FCC believes lower pole fees will lead to wider broadband deployments
FCC chairman Julius Genachowski believes that if utility companies reduce their attachment rates, it will make it easier for service providers to expand broadband services to more subscribers.
The FCC estimates that that pole attachment fees are about 20 percent of the total cost of deploying fiber optic cable needed for broadband networks. Every year large service providers including Verizon (NYSE: VZ) and AT&T (NYSE: T) pay about $20 per foot while competitive carriers and independent ILECs pay $10 and cable companies pay about $7 per foot, per pole.
With its Pole Attachments Order issued today, the FCC has not only reduced the timeline telecom providers to attach communications equipment (network electronics and fiber cable) to utility poles, but also setting the rate for attachments by telecommunications companies at or near the rate paid by cable companies.
By lowering the attachment rates and attachment timelines, the FCC believes that it will be able to expand availability of affordable broadband set under the National Broadband Plan.
Not surprisingly, telecom and utility industry groups are divided on the topic.
The USTelecom trade group thinks that the ruling will eliminate a cost barrier to invest in areas that have been typically cost prohibitive to build out in the past.
“It changes how far out you can go,” said USTelecom Policy Vice President Glenn Reynolds in a Politico article. “Where you have those long, long loops, it’s one of the biggest cost drivers. In effect, it turns those places from uneconomic to serve to economic to serve.”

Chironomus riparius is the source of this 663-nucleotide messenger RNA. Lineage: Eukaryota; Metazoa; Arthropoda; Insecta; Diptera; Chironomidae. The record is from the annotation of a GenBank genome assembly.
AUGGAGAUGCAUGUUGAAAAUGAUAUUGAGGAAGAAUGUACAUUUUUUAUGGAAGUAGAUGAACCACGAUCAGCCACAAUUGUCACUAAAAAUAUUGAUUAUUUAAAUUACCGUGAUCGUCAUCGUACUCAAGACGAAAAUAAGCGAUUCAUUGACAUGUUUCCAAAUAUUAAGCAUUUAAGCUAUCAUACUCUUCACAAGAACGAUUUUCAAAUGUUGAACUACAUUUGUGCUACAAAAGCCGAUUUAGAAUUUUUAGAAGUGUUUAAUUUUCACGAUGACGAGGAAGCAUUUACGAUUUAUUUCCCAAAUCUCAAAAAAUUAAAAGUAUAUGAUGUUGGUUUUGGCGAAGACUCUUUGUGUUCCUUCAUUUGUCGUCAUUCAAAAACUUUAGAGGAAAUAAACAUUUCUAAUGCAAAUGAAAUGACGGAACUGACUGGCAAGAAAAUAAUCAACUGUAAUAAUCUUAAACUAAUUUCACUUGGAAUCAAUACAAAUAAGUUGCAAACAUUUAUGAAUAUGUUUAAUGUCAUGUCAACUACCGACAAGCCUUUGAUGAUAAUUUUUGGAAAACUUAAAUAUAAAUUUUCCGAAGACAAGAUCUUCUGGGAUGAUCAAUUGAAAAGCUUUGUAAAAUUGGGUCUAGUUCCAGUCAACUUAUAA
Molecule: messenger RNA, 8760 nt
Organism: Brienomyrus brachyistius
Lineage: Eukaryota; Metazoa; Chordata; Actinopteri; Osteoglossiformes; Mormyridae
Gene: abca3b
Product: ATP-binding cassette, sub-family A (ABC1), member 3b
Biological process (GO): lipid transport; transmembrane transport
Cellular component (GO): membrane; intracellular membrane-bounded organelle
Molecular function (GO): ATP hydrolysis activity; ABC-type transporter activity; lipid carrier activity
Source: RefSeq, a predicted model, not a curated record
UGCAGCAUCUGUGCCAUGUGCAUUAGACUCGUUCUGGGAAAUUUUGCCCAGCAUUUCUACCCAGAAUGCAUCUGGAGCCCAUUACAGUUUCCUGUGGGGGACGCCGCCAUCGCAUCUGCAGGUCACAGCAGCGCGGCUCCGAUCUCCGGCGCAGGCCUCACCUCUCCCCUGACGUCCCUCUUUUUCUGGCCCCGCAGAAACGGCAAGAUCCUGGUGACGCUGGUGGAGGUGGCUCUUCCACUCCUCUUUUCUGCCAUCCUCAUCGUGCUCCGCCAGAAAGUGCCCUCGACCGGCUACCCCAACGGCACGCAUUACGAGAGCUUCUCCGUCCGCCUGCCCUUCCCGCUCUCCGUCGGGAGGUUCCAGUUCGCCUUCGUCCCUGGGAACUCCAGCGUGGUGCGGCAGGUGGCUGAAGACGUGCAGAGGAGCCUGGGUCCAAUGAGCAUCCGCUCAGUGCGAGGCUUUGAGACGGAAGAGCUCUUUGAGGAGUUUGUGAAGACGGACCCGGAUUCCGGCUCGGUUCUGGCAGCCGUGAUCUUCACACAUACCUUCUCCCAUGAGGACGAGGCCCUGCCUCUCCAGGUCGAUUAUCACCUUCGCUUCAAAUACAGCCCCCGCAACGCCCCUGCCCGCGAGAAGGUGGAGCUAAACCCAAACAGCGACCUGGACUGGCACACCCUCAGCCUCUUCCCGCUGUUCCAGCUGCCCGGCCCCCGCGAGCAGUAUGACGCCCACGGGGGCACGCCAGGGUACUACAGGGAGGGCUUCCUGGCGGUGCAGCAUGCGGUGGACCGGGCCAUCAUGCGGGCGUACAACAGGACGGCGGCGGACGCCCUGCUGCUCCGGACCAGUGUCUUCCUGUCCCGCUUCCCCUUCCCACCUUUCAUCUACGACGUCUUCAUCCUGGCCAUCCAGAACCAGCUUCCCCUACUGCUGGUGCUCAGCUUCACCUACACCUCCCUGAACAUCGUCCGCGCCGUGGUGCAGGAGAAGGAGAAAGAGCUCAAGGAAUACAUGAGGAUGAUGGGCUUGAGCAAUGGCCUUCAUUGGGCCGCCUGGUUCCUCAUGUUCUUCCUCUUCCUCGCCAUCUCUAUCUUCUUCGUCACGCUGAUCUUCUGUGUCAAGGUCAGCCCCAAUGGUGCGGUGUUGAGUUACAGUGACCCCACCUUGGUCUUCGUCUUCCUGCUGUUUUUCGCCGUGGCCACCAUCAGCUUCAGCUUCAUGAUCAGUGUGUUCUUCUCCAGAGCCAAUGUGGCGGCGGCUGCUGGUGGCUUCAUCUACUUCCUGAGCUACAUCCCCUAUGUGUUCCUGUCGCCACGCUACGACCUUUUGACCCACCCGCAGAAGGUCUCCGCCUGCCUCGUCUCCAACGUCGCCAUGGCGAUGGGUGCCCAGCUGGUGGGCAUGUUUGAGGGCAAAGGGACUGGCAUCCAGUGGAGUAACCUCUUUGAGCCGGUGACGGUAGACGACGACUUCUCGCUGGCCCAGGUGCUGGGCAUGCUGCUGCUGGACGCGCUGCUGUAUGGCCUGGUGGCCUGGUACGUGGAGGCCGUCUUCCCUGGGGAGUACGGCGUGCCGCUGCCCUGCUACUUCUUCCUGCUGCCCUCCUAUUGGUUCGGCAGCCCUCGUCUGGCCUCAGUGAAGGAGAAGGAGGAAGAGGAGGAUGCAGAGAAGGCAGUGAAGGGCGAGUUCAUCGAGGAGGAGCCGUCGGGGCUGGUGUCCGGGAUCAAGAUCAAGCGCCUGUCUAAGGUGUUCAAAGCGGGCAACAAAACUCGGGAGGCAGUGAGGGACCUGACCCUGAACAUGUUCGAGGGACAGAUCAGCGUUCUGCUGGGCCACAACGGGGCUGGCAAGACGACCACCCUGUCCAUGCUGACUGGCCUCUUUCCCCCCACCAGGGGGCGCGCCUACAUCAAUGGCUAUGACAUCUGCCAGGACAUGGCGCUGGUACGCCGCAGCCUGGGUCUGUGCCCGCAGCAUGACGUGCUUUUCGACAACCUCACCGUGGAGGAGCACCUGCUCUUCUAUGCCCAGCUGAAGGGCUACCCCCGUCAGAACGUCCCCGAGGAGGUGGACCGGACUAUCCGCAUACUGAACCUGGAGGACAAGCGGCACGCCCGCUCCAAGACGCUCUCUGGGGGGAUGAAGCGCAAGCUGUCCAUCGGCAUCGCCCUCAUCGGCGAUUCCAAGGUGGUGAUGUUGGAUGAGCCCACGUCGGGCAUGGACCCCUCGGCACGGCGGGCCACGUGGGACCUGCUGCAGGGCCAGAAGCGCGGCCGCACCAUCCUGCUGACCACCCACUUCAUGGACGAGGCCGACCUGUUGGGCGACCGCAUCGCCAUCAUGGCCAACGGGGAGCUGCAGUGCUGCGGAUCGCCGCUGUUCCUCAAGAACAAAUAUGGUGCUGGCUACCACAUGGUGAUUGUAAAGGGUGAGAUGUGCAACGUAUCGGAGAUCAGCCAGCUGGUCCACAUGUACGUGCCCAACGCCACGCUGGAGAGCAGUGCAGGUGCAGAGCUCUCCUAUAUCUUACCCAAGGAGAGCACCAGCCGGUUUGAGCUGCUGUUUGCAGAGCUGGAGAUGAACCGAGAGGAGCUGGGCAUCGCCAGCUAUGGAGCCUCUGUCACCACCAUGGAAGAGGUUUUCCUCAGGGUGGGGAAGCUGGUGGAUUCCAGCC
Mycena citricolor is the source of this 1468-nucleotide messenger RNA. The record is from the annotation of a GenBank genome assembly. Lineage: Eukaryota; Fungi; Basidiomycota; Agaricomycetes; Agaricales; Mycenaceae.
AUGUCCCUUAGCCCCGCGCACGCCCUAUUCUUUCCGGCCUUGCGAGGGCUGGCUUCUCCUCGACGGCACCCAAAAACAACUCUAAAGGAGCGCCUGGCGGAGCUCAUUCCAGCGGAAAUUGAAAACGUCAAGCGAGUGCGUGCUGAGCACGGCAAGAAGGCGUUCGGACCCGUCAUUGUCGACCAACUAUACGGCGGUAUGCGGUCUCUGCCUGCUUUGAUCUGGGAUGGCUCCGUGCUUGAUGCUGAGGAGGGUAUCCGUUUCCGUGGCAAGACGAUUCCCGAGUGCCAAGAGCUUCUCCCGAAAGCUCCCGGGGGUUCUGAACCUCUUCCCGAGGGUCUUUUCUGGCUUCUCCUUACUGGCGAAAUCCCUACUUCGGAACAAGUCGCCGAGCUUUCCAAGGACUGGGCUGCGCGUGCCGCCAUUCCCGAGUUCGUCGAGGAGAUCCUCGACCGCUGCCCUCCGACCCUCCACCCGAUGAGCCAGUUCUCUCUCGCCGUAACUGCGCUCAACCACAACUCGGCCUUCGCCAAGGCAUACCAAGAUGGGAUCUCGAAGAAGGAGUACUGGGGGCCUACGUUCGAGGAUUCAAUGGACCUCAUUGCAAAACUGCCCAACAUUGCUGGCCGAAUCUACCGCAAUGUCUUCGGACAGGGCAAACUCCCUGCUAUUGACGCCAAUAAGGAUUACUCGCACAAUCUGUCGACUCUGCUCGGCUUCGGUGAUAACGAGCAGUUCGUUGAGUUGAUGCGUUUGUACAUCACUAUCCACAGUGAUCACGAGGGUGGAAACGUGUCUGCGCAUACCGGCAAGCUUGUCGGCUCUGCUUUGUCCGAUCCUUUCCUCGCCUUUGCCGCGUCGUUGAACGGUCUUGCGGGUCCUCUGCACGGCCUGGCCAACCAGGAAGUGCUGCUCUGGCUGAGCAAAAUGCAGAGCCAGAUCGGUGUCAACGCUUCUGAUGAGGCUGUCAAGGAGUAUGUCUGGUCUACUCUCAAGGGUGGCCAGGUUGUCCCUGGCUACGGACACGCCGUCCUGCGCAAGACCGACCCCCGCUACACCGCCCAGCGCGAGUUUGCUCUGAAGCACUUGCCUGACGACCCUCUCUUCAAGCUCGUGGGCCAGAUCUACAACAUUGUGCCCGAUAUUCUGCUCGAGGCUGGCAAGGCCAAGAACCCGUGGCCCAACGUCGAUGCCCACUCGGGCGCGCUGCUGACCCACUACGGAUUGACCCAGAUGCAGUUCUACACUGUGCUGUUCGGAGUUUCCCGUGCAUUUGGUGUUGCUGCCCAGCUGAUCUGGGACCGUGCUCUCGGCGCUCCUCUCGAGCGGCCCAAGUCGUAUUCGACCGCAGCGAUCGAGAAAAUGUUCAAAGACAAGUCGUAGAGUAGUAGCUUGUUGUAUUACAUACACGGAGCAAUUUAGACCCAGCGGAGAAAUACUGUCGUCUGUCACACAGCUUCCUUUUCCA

However, the Utilities Telecom Council (UTC) thinks that the new ruling offers no benefits to broadband consumers and poses potential safety risks.
“Utilities support broadband deployment but not at the expense of electric consumers and the safety of critical infrastructure,” said William R. Moroney, UTC President and CEO in a release responding to the new order. “Unfortunately, the FCC rules adopted today perpetuate rate subsidies for the cable industry and extend them to carriers that provide broadband services. Ultimately, these subsidies are borne by electric utility customers; and it is far from clear whether broadband consumers will see any discount on their bill. Moreover, the new rules impose additional access requirements that threaten to run roughshod over utility safety and engineering practices.”
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